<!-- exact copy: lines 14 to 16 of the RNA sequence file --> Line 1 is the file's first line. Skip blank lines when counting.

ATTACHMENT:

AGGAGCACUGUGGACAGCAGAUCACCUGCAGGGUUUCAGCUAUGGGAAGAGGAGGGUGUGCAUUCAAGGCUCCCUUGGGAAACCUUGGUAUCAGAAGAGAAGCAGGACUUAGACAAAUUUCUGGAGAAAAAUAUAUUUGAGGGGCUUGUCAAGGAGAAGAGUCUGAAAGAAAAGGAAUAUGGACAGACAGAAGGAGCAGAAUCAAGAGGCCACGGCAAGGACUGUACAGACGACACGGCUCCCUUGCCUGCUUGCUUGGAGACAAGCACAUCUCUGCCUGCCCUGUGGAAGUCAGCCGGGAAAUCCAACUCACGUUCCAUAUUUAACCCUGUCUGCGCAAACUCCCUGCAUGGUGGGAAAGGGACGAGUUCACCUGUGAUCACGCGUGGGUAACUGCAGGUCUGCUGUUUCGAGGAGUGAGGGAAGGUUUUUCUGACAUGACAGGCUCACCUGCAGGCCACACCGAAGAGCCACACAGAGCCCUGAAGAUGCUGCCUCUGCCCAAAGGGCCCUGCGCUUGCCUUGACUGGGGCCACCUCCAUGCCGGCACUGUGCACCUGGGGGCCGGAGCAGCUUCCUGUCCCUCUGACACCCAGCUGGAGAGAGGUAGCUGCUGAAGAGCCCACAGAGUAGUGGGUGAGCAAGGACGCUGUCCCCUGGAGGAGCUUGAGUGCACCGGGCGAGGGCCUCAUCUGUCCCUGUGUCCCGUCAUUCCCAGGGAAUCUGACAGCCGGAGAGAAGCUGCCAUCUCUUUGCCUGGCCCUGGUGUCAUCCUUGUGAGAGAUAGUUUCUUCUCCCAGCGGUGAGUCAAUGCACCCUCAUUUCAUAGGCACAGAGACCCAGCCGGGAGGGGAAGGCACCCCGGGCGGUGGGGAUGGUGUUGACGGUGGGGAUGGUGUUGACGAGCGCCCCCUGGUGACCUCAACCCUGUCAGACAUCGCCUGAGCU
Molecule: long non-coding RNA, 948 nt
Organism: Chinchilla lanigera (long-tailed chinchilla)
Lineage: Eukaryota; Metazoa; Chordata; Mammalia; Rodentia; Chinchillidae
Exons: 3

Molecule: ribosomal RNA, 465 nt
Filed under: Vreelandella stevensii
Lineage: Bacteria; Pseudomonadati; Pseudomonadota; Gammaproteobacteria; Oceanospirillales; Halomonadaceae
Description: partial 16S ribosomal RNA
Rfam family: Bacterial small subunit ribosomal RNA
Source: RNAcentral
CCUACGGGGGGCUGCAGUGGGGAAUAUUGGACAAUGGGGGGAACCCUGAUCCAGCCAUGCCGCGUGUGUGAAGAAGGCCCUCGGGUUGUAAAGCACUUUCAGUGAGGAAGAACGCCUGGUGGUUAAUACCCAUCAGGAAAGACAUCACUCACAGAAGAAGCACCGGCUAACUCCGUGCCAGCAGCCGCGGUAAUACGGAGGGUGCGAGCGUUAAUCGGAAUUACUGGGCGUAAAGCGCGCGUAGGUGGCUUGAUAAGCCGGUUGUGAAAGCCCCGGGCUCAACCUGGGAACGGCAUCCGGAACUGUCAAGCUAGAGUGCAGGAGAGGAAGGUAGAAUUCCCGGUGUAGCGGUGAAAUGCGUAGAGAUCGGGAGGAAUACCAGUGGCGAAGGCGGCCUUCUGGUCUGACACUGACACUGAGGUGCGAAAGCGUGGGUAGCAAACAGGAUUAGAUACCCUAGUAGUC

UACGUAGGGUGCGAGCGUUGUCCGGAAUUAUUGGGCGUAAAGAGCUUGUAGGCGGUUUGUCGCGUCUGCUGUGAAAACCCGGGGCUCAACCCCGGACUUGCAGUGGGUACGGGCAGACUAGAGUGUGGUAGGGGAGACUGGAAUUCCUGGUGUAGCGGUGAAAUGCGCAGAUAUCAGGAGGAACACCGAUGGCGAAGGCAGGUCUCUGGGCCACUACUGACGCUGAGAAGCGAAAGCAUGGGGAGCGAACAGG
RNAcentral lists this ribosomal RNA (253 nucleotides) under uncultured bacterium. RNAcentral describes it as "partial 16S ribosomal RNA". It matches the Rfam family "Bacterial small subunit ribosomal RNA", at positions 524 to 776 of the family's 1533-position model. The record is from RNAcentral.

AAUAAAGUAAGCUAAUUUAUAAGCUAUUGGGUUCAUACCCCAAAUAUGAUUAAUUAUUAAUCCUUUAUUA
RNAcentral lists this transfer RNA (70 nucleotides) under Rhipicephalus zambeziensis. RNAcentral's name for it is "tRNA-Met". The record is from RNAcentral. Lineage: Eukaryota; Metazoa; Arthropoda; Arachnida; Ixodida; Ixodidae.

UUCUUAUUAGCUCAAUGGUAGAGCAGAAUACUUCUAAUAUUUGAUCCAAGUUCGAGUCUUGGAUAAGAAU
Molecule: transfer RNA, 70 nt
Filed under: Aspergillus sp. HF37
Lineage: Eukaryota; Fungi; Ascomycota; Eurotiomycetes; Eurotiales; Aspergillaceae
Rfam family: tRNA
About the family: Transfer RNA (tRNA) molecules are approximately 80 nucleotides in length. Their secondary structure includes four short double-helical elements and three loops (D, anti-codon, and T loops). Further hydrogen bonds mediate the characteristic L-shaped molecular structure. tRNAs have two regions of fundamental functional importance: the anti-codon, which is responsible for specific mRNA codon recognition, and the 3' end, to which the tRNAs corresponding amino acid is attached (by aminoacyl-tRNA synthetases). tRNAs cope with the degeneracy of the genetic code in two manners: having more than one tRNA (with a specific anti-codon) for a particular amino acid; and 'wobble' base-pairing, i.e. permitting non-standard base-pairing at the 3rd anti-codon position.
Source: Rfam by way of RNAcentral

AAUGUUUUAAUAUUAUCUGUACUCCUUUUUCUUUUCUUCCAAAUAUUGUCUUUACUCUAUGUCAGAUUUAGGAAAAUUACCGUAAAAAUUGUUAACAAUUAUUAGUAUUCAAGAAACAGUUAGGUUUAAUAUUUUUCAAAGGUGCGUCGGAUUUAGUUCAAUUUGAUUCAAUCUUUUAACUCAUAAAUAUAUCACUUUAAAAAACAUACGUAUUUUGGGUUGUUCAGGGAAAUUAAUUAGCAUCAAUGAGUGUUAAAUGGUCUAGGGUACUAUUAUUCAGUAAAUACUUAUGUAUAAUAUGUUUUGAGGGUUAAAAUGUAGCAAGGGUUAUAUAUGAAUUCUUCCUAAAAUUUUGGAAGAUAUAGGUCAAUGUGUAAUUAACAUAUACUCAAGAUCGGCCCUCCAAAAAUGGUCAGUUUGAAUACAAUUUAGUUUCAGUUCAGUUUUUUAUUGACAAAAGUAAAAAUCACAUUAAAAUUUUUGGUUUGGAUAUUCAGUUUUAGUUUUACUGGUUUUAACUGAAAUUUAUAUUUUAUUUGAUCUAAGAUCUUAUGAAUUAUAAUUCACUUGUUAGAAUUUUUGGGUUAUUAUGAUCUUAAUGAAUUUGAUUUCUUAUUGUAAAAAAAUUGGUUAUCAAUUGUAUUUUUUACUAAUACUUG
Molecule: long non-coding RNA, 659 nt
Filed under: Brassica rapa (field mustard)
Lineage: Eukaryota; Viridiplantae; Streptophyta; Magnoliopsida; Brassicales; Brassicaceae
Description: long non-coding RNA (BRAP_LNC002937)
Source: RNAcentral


RNAcentral lists this ribosomal RNA (253 nucleotides) under uncultured bacterium. RNAcentral describes it as "partial 16S ribosomal RNA". It matches the Rfam family "Bacterial small subunit ribosomal RNA", at positions 524 to 776 of the family's 1533-position model. The record is from RNAcentral.

AAUAAAGUAAGCUAAUUUAUAAGCUAUUGGGUUCAUACCCCAAAUAUGAUUAAUUAUUAAUCCUUUAUUA
RNAcentral lists this transfer RNA (70 nucleotides) under Rhipicephalus zambeziensis. RNAcentral's name for it is "tRNA-Met". The record is from RNAcentral. Lineage: Eukaryota; Metazoa; Arthropoda; Arachnida; Ixodida; Ixodidae.